BALCO II (2016) also acknowledged that Sumitomo was an authority for the proposition that in the absence of a choice of the law of the arbitration agreement, the choice of law governing the contract will also mean that the law of the arbitration agreement is chosen. To this extent, reliance on Sumitomo was correct. But the reliance in BALCO II (2016) on Sumitomo for the interplay between the law of the contract, of the arbitration agreement, and the lex arbitri (as quoted and emphasised above) is wholly wrong because such reliance contradicts with BALCO (2012).

In view of the above, the law governing challenge proceedings is not the law of the arbitration agreement but is the law of the seat. It is possible that both these laws could be the same. For instance, parties might agree that the seat of the arbitration is London and the law governing the arbitration agreement is English law but might agree on Indian laws to govern the contract (excluding the arbitration agreement). In such a case, English law will govern the setting aside proceedings not because English law is the law governing the arbitration agreement but because English law is the lex arbitri owing to the choice of London as the arbitral seat.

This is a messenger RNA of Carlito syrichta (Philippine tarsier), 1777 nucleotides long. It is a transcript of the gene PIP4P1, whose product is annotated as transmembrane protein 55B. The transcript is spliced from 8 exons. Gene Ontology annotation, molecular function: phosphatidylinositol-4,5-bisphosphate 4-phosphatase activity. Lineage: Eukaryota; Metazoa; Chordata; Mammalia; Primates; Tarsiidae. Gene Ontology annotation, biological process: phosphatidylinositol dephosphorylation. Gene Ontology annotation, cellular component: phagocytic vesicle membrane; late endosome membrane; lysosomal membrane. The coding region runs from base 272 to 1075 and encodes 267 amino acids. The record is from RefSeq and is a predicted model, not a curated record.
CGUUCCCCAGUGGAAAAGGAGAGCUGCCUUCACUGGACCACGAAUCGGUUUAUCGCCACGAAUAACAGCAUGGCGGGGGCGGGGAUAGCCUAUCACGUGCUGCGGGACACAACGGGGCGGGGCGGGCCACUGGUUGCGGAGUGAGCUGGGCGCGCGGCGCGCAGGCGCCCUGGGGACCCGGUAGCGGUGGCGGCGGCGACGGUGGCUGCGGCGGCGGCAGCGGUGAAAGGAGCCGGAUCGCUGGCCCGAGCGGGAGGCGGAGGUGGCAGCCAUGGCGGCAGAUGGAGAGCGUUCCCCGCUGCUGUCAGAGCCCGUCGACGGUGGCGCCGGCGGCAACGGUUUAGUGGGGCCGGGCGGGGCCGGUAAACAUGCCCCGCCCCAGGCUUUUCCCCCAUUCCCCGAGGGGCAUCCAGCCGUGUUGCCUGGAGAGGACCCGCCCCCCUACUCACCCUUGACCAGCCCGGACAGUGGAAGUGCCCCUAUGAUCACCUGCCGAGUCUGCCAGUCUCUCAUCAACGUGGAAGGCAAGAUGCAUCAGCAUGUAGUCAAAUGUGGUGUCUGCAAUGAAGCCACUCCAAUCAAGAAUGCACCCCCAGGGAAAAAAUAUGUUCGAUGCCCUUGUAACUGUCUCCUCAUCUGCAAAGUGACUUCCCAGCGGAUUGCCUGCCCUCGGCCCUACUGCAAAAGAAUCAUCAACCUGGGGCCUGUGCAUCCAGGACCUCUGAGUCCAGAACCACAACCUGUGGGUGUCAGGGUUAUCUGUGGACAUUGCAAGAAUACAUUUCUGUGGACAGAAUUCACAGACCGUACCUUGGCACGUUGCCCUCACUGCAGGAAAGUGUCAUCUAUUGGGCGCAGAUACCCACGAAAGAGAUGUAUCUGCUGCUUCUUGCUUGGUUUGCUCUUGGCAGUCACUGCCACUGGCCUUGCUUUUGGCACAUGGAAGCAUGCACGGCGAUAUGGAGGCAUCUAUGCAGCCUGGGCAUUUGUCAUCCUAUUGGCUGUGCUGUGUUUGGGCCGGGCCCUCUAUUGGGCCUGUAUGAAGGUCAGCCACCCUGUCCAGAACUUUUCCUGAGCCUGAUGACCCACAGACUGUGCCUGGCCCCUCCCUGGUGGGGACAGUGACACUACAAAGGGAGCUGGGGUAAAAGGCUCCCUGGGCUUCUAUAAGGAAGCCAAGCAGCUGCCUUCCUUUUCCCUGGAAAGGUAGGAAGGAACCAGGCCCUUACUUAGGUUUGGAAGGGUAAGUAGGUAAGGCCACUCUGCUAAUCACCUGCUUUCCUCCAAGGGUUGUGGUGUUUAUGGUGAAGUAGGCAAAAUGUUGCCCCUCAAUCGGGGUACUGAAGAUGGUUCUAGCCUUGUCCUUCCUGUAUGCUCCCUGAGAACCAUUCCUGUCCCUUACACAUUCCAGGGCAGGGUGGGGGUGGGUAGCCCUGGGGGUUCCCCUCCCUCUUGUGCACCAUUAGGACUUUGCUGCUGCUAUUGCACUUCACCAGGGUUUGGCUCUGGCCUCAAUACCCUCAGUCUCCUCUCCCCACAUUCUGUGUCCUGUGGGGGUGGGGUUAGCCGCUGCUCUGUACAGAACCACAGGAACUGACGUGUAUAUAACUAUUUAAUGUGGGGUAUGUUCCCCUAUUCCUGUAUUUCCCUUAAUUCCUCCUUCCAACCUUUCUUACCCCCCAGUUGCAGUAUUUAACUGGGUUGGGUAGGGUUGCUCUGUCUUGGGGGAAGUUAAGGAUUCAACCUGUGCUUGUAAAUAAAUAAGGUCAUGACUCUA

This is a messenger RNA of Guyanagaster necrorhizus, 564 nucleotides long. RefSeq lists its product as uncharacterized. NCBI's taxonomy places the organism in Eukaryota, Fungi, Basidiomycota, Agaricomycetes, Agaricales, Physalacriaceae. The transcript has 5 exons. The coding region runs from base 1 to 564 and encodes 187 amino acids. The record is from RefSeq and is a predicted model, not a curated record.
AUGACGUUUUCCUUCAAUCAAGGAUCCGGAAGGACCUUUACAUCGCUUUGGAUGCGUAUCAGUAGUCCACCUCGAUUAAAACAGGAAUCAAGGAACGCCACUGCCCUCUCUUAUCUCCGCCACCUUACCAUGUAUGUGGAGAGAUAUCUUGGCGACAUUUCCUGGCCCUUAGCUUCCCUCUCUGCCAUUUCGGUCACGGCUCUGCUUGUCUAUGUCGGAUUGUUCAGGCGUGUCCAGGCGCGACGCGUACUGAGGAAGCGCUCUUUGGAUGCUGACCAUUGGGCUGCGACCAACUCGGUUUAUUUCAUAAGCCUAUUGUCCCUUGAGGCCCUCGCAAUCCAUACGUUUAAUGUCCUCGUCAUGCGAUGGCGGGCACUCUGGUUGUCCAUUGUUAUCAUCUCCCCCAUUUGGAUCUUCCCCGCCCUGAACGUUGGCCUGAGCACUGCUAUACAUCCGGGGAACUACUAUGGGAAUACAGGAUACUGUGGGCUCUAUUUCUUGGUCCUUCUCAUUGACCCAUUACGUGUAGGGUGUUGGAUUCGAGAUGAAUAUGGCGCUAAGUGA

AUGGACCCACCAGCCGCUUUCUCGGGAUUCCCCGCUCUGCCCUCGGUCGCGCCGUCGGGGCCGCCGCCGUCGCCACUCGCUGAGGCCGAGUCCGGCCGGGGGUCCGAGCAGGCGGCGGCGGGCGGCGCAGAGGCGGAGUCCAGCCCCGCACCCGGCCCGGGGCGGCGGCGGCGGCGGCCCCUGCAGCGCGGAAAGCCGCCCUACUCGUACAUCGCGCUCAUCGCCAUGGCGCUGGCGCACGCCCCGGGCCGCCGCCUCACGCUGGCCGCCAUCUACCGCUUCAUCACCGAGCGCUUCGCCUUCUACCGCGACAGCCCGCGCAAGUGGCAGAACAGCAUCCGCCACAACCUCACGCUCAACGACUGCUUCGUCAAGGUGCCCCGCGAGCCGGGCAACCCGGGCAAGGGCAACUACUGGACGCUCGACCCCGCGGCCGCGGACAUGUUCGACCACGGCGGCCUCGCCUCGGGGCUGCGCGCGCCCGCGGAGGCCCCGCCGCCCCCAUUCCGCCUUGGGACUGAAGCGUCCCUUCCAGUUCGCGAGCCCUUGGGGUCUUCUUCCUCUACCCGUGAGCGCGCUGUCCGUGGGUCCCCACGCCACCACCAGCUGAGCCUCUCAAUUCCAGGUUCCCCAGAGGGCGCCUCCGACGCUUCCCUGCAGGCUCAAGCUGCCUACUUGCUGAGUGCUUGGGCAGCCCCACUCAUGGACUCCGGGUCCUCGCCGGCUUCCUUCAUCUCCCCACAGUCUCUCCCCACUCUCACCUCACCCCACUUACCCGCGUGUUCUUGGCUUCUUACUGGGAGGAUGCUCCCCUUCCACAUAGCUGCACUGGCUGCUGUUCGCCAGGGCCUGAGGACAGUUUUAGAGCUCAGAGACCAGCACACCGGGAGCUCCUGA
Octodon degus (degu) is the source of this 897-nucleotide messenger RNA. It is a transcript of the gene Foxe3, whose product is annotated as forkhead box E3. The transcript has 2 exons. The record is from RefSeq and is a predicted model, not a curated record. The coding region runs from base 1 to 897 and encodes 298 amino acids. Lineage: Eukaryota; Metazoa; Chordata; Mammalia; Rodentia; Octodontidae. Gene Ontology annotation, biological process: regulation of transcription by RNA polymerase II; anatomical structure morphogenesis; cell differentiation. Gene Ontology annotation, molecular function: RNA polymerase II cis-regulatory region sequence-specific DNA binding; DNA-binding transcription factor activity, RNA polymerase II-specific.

Saturday, August 5, 2017

Raj TV v Thaicom, Madras High Court & Choice of Law

On 14.07.2017, a two-judge Bench of the High Court of Madras passed a judgement in the case of Raj TV v Thaicom (OSA No. 113/2017 & CMP 7665/2017)(MANU/TN/2117/2017). The judgement deals with choice of law in international arbitration and is an important reason why commercial Benches are to be set up in the Madras High Court and in the State of Tamil Nadu. In this post, we will not be doing a detailed case comment on the decision but will identify certain portions of the judgement which are erroneous and require correction.